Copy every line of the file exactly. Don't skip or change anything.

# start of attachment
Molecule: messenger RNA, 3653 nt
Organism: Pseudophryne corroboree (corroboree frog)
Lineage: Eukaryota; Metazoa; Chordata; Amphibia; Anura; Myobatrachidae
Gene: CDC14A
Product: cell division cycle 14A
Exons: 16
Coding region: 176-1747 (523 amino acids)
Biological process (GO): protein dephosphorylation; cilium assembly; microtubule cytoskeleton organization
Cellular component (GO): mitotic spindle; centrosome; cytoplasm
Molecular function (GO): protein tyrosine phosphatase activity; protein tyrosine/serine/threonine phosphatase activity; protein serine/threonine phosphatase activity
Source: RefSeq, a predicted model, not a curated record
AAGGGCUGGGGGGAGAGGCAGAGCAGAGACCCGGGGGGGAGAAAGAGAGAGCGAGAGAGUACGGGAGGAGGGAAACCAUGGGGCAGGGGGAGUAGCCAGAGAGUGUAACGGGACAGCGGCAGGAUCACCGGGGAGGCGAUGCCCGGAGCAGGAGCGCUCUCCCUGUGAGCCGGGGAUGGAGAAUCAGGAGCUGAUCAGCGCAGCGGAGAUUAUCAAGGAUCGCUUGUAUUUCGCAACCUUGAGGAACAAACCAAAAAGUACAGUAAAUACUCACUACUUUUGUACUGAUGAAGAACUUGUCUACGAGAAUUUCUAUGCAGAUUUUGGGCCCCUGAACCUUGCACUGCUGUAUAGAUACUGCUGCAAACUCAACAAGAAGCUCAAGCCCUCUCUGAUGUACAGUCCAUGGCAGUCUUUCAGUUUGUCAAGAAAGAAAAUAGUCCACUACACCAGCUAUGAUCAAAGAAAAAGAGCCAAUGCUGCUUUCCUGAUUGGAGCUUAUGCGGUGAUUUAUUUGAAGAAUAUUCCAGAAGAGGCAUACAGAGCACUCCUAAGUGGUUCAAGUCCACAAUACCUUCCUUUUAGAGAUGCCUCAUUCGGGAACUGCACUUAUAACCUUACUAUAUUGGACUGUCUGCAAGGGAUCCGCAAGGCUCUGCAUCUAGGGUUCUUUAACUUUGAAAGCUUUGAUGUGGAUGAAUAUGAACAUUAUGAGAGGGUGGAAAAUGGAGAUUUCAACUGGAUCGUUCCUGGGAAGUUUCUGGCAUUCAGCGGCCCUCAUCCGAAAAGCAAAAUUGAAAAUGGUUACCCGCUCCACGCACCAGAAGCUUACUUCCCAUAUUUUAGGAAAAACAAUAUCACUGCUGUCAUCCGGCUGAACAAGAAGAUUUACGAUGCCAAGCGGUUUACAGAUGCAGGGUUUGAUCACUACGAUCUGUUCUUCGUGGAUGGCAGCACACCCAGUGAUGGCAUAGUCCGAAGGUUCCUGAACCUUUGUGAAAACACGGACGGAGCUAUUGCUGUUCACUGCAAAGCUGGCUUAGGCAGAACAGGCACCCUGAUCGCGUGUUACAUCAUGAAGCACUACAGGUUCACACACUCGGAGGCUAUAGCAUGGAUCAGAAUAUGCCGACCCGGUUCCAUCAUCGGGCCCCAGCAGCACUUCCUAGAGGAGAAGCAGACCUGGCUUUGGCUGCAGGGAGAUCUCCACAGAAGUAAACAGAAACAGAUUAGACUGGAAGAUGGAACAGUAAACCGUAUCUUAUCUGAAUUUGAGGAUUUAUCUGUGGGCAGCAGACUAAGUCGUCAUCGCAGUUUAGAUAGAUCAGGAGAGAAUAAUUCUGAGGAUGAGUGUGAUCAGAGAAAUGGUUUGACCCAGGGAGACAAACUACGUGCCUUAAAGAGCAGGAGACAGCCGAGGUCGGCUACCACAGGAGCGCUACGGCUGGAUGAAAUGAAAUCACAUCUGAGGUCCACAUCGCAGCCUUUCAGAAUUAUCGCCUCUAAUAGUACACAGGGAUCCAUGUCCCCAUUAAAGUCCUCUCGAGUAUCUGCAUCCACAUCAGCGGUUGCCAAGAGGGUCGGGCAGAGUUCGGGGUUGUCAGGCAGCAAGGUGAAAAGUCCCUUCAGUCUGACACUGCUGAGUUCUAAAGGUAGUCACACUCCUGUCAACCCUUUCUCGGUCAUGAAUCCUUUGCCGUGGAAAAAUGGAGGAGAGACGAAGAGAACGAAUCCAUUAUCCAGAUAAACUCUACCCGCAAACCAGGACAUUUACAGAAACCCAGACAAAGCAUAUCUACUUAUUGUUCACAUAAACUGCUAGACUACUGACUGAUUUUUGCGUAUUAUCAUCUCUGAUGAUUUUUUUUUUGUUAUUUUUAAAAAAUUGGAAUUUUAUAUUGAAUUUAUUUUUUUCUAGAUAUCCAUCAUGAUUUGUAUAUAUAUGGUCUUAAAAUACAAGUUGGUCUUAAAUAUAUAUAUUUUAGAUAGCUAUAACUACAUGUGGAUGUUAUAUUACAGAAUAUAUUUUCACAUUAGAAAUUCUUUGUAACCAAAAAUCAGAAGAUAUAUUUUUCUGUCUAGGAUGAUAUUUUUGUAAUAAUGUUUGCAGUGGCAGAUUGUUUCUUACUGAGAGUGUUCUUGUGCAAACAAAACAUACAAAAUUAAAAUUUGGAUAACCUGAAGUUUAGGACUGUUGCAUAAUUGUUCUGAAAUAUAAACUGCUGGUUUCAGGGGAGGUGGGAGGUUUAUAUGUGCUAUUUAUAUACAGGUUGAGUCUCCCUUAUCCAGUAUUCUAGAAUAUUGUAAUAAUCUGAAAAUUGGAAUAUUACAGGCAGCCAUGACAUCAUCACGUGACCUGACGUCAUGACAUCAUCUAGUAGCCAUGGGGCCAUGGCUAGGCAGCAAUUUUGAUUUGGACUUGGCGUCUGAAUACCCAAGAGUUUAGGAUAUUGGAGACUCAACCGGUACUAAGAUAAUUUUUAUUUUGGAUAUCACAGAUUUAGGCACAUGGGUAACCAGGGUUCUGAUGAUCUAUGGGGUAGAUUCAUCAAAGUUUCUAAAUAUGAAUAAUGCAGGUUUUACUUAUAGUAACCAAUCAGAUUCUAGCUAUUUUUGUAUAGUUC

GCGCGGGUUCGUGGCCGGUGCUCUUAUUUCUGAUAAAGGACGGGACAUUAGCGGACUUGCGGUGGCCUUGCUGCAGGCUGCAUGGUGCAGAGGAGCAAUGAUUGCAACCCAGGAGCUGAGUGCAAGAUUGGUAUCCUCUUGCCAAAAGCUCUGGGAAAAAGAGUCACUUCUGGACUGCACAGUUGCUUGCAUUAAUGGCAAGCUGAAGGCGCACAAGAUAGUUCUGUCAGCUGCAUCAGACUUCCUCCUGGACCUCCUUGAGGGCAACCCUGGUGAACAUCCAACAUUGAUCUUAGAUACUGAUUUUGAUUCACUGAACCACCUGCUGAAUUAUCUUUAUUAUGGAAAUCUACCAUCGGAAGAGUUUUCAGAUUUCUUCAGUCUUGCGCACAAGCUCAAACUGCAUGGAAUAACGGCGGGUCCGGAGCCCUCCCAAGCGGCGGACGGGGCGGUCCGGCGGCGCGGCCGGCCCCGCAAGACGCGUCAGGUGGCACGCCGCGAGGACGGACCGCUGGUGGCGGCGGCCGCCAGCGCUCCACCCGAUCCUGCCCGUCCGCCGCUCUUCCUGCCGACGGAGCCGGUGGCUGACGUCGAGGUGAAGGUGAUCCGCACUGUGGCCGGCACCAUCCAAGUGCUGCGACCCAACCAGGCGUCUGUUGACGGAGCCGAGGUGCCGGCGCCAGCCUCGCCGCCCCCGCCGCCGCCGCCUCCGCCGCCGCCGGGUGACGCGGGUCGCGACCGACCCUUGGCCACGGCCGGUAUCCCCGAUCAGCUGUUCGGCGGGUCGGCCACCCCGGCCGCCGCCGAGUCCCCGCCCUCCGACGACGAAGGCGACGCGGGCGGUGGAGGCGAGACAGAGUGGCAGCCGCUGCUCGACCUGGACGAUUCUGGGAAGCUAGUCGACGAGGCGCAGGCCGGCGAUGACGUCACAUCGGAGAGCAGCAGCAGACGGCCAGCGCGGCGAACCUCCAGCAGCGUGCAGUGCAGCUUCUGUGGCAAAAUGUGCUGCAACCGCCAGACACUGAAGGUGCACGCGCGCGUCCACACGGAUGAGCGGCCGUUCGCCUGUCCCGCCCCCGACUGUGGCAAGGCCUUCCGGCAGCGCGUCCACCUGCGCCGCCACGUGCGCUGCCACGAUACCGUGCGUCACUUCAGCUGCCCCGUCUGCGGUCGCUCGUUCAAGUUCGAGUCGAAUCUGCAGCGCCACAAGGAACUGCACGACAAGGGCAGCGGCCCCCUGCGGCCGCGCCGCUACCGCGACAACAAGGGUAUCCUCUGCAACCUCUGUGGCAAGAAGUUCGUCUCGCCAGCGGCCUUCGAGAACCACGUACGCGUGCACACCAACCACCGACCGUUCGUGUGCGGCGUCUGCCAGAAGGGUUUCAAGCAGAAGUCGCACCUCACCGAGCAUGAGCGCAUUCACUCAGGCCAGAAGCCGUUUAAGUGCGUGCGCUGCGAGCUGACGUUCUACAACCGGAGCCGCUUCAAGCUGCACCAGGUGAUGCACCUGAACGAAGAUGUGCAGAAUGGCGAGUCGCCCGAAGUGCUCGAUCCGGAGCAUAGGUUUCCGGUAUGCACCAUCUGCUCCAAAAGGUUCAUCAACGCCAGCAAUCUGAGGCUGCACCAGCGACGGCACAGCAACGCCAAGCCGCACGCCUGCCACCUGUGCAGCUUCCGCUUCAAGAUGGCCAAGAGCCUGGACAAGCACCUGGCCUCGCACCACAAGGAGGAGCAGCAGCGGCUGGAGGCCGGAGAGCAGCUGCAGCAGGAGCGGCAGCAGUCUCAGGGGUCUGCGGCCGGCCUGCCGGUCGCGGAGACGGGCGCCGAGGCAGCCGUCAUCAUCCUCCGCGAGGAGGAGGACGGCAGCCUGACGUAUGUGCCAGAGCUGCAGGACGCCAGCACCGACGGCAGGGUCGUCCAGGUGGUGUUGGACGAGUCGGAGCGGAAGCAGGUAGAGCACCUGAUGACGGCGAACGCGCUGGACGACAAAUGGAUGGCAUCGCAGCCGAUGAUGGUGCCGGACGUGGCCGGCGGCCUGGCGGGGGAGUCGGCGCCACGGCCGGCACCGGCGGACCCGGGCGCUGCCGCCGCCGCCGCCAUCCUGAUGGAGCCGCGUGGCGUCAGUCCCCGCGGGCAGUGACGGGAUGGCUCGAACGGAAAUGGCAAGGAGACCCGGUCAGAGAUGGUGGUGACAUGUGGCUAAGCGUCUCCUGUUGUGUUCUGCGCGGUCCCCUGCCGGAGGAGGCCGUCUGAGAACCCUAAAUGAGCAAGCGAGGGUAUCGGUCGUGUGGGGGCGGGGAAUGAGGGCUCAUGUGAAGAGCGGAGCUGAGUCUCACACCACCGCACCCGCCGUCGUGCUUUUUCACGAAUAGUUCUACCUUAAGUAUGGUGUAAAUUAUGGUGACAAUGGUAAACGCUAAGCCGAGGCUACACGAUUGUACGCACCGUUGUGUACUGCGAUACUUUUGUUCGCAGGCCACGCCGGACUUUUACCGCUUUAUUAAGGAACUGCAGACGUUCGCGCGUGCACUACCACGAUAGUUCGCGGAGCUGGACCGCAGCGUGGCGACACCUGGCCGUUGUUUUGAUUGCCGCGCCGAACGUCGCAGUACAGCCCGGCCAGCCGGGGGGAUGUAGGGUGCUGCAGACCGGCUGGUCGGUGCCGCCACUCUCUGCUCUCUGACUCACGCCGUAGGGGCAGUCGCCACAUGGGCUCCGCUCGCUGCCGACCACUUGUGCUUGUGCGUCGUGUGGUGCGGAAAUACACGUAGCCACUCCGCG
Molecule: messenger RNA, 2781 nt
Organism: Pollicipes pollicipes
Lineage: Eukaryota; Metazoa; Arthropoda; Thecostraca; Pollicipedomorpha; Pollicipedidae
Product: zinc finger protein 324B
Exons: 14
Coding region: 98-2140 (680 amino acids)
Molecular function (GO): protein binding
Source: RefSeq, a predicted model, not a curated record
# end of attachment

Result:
Molecule: messenger RNA, 3653 nt
Organism: Pseudophryne corroboree (corroboree frog)
Lineage: Eukaryota; Metazoa; Chordata; Amphibia; Anura; Myobatrachidae
Gene: CDC14A
Product: cell division cycle 14A
Exons: 16
Coding region: 176-1747 (523 amino acids)
Biological process (GO): protein dephosphorylation; cilium assembly; microtubule cytoskeleton organization
Cellular component (GO): mitotic spindle; centrosome; cytoplasm
Molecular function (GO): protein tyrosine phosphatase activity; protein tyrosine/serine/threonine phosphatase activity; protein serine/threonine phosphatase activity
Source: RefSeq, a predicted model, not a curated record
AAGGGCUGGGGGGAGAGGCAGAGCAGAGACCCGGGGGGGAGAAAGAGAGAGCGAGAGAGUACGGGAGGAGGGAAACCAUGGGGCAGGGGGAGUAGCCAGAGAGUGUAACGGGACAGCGGCAGGAUCACCGGGGAGGCGAUGCCCGGAGCAGGAGCGCUCUCCCUGUGAGCCGGGGAUGGAGAAUCAGGAGCUGAUCAGCGCAGCGGAGAUUAUCAAGGAUCGCUUGUAUUUCGCAACCUUGAGGAACAAACCAAAAAGUACAGUAAAUACUCACUACUUUUGUACUGAUGAAGAACUUGUCUACGAGAAUUUCUAUGCAGAUUUUGGGCCCCUGAACCUUGCACUGCUGUAUAGAUACUGCUGCAAACUCAACAAGAAGCUCAAGCCCUCUCUGAUGUACAGUCCAUGGCAGUCUUUCAGUUUGUCAAGAAAGAAAAUAGUCCACUACACCAGCUAUGAUCAAAGAAAAAGAGCCAAUGCUGCUUUCCUGAUUGGAGCUUAUGCGGUGAUUUAUUUGAAGAAUAUUCCAGAAGAGGCAUACAGAGCACUCCUAAGUGGUUCAAGUCCACAAUACCUUCCUUUUAGAGAUGCCUCAUUCGGGAACUGCACUUAUAACCUUACUAUAUUGGACUGUCUGCAAGGGAUCCGCAAGGCUCUGCAUCUAGGGUUCUUUAACUUUGAAAGCUUUGAUGUGGAUGAAUAUGAACAUUAUGAGAGGGUGGAAAAUGGAGAUUUCAACUGGAUCGUUCCUGGGAAGUUUCUGGCAUUCAGCGGCCCUCAUCCGAAAAGCAAAAUUGAAAAUGGUUACCCGCUCCACGCACCAGAAGCUUACUUCCCAUAUUUUAGGAAAAACAAUAUCACUGCUGUCAUCCGGCUGAACAAGAAGAUUUACGAUGCCAAGCGGUUUACAGAUGCAGGGUUUGAUCACUACGAUCUGUUCUUCGUGGAUGGCAGCACACCCAGUGAUGGCAUAGUCCGAAGGUUCCUGAACCUUUGUGAAAACACGGACGGAGCUAUUGCUGUUCACUGCAAAGCUGGCUUAGGCAGAACAGGCACCCUGAUCGCGUGUUACAUCAUGAAGCACUACAGGUUCACACACUCGGAGGCUAUAGCAUGGAUCAGAAUAUGCCGACCCGGUUCCAUCAUCGGGCCCCAGCAGCACUUCCUAGAGGAGAAGCAGACCUGGCUUUGGCUGCAGGGAGAUCUCCACAGAAGUAAACAGAAACAGAUUAGACUGGAAGAUGGAACAGUAAACCGUAUCUUAUCUGAAUUUGAGGAUUUAUCUGUGGGCAGCAGACUAAGUCGUCAUCGCAGUUUAGAUAGAUCAGGAGAGAAUAAUUCUGAGGAUGAGUGUGAUCAGAGAAAUGGUUUGACCCAGGGAGACAAACUACGUGCCUUAAAGAGCAGGAGACAGCCGAGGUCGGCUACCACAGGAGCGCUACGGCUGGAUGAAAUGAAAUCACAUCUGAGGUCCACAUCGCAGCCUUUCAGAAUUAUCGCCUCUAAUAGUACACAGGGAUCCAUGUCCCCAUUAAAGUCCUCUCGAGUAUCUGCAUCCACAUCAGCGGUUGCCAAGAGGGUCGGGCAGAGUUCGGGGUUGUCAGGCAGCAAGGUGAAAAGUCCCUUCAGUCUGACACUGCUGAGUUCUAAAGGUAGUCACACUCCUGUCAACCCUUUCUCGGUCAUGAAUCCUUUGCCGUGGAAAAAUGGAGGAGAGACGAAGAGAACGAAUCCAUUAUCCAGAUAAACUCUACCCGCAAACCAGGACAUUUACAGAAACCCAGACAAAGCAUAUCUACUUAUUGUUCACAUAAACUGCUAGACUACUGACUGAUUUUUGCGUAUUAUCAUCUCUGAUGAUUUUUUUUUUGUUAUUUUUAAAAAAUUGGAAUUUUAUAUUGAAUUUAUUUUUUUCUAGAUAUCCAUCAUGAUUUGUAUAUAUAUGGUCUUAAAAUACAAGUUGGUCUUAAAUAUAUAUAUUUUAGAUAGCUAUAACUACAUGUGGAUGUUAUAUUACAGAAUAUAUUUUCACAUUAGAAAUUCUUUGUAACCAAAAAUCAGAAGAUAUAUUUUUCUGUCUAGGAUGAUAUUUUUGUAAUAAUGUUUGCAGUGGCAGAUUGUUUCUUACUGAGAGUGUUCUUGUGCAAACAAAACAUACAAAAUUAAAAUUUGGAUAACCUGAAGUUUAGGACUGUUGCAUAAUUGUUCUGAAAUAUAAACUGCUGGUUUCAGGGGAGGUGGGAGGUUUAUAUGUGCUAUUUAUAUACAGGUUGAGUCUCCCUUAUCCAGUAUUCUAGAAUAUUGUAAUAAUCUGAAAAUUGGAAUAUUACAGGCAGCCAUGACAUCAUCACGUGACCUGACGUCAUGACAUCAUCUAGUAGCCAUGGGGCCAUGGCUAGGCAGCAAUUUUGAUUUGGACUUGGCGUCUGAAUACCCAAGAGUUUAGGAUAUUGGAGACUCAACCGGUACUAAGAUAAUUUUUAUUUUGGAUAUCACAGAUUUAGGCACAUGGGUAACCAGGGUUCUGAUGAUCUAUGGGGUAGAUUCAUCAAAGUUUCUAAAUAUGAAUAAUGCAGGUUUUACUUAUAGUAACCAAUCAGAUUCUAGCUAUUUUUGUAUAGUUC

GCGCGGGUUCGUGGCCGGUGCUCUUAUUUCUGAUAAAGGACGGGACAUUAGCGGACUUGCGGUGGCCUUGCUGCAGGCUGCAUGGUGCAGAGGAGCAAUGAUUGCAACCCAGGAGCUGAGUGCAAGAUUGGUAUCCUCUUGCCAAAAGCUCUGGGAAAAAGAGUCACUUCUGGACUGCACAGUUGCUUGCAUUAAUGGCAAGCUGAAGGCGCACAAGAUAGUUCUGUCAGCUGCAUCAGACUUCCUCCUGGACCUCCUUGAGGGCAACCCUGGUGAACAUCCAACAUUGAUCUUAGAUACUGAUUUUGAUUCACUGAACCACCUGCUGAAUUAUCUUUAUUAUGGAAAUCUACCAUCGGAAGAGUUUUCAGAUUUCUUCAGUCUUGCGCACAAGCUCAAACUGCAUGGAAUAACGGCGGGUCCGGAGCCCUCCCAAGCGGCGGACGGGGCGGUCCGGCGGCGCGGCCGGCCCCGCAAGACGCGUCAGGUGGCACGCCGCGAGGACGGACCGCUGGUGGCGGCGGCCGCCAGCGCUCCACCCGAUCCUGCCCGUCCGCCGCUCUUCCUGCCGACGGAGCCGGUGGCUGACGUCGAGGUGAAGGUGAUCCGCACUGUGGCCGGCACCAUCCAAGUGCUGCGACCCAACCAGGCGUCUGUUGACGGAGCCGAGGUGCCGGCGCCAGCCUCGCCGCCCCCGCCGCCGCCGCCUCCGCCGCCGCCGGGUGACGCGGGUCGCGACCGACCCUUGGCCACGGCCGGUAUCCCCGAUCAGCUGUUCGGCGGGUCGGCCACCCCGGCCGCCGCCGAGUCCCCGCCCUCCGACGACGAAGGCGACGCGGGCGGUGGAGGCGAGACAGAGUGGCAGCCGCUGCUCGACCUGGACGAUUCUGGGAAGCUAGUCGACGAGGCGCAGGCCGGCGAUGACGUCACAUCGGAGAGCAGCAGCAGACGGCCAGCGCGGCGAACCUCCAGCAGCGUGCAGUGCAGCUUCUGUGGCAAAAUGUGCUGCAACCGCCAGACACUGAAGGUGCACGCGCGCGUCCACACGGAUGAGCGGCCGUUCGCCUGUCCCGCCCCCGACUGUGGCAAGGCCUUCCGGCAGCGCGUCCACCUGCGCCGCCACGUGCGCUGCCACGAUACCGUGCGUCACUUCAGCUGCCCCGUCUGCGGUCGCUCGUUCAAGUUCGAGUCGAAUCUGCAGCGCCACAAGGAACUGCACGACAAGGGCAGCGGCCCCCUGCGGCCGCGCCGCUACCGCGACAACAAGGGUAUCCUCUGCAACCUCUGUGGCAAGAAGUUCGUCUCGCCAGCGGCCUUCGAGAACCACGUACGCGUGCACACCAACCACCGACCGUUCGUGUGCGGCGUCUGCCAGAAGGGUUUCAAGCAGAAGUCGCACCUCACCGAGCAUGAGCGCAUUCACUCAGGCCAGAAGCCGUUUAAGUGCGUGCGCUGCGAGCUGACGUUCUACAACCGGAGCCGCUUCAAGCUGCACCAGGUGAUGCACCUGAACGAAGAUGUGCAGAAUGGCGAGUCGCCCGAAGUGCUCGAUCCGGAGCAUAGGUUUCCGGUAUGCACCAUCUGCUCCAAAAGGUUCAUCAACGCCAGCAAUCUGAGGCUGCACCAGCGACGGCACAGCAACGCCAAGCCGCACGCCUGCCACCUGUGCAGCUUCCGCUUCAAGAUGGCCAAGAGCCUGGACAAGCACCUGGCCUCGCACCACAAGGAGGAGCAGCAGCGGCUGGAGGCCGGAGAGCAGCUGCAGCAGGAGCGGCAGCAGUCUCAGGGGUCUGCGGCCGGCCUGCCGGUCGCGGAGACGGGCGCCGAGGCAGCCGUCAUCAUCCUCCGCGAGGAGGAGGACGGCAGCCUGACGUAUGUGCCAGAGCUGCAGGACGCCAGCACCGACGGCAGGGUCGUCCAGGUGGUGUUGGACGAGUCGGAGCGGAAGCAGGUAGAGCACCUGAUGACGGCGAACGCGCUGGACGACAAAUGGAUGGCAUCGCAGCCGAUGAUGGUGCCGGACGUGGCCGGCGGCCUGGCGGGGGAGUCGGCGCCACGGCCGGCACCGGCGGACCCGGGCGCUGCCGCCGCCGCCGCCAUCCUGAUGGAGCCGCGUGGCGUCAGUCCCCGCGGGCAGUGACGGGAUGGCUCGAACGGAAAUGGCAAGGAGACCCGGUCAGAGAUGGUGGUGACAUGUGGCUAAGCGUCUCCUGUUGUGUUCUGCGCGGUCCCCUGCCGGAGGAGGCCGUCUGAGAACCCUAAAUGAGCAAGCGAGGGUAUCGGUCGUGUGGGGGCGGGGAAUGAGGGCUCAUGUGAAGAGCGGAGCUGAGUCUCACACCACCGCACCCGCCGUCGUGCUUUUUCACGAAUAGUUCUACCUUAAGUAUGGUGUAAAUUAUGGUGACAAUGGUAAACGCUAAGCCGAGGCUACACGAUUGUACGCACCGUUGUGUACUGCGAUACUUUUGUUCGCAGGCCACGCCGGACUUUUACCGCUUUAUUAAGGAACUGCAGACGUUCGCGCGUGCACUACCACGAUAGUUCGCGGAGCUGGACCGCAGCGUGGCGACACCUGGCCGUUGUUUUGAUUGCCGCGCCGAACGUCGCAGUACAGCCCGGCCAGCCGGGGGGAUGUAGGGUGCUGCAGACCGGCUGGUCGGUGCCGCCACUCUCUGCUCUCUGACUCACGCCGUAGGGGCAGUCGCCACAUGGGCUCCGCUCGCUGCCGACCACUUGUGCUUGUGCGUCGUGUGGUGCGGAAAUACACGUAGCCACUCCGCG
Molecule: messenger RNA, 2781 nt
Organism: Pollicipes pollicipes
Lineage: Eukaryota; Metazoa; Arthropoda; Thecostraca; Pollicipedomorpha; Pollicipedidae
Product: zinc finger protein 324B
Exons: 14
Coding region: 98-2140 (680 amino acids)
Molecular function (GO): protein binding
Source: RefSeq, a predicted model, not a curated record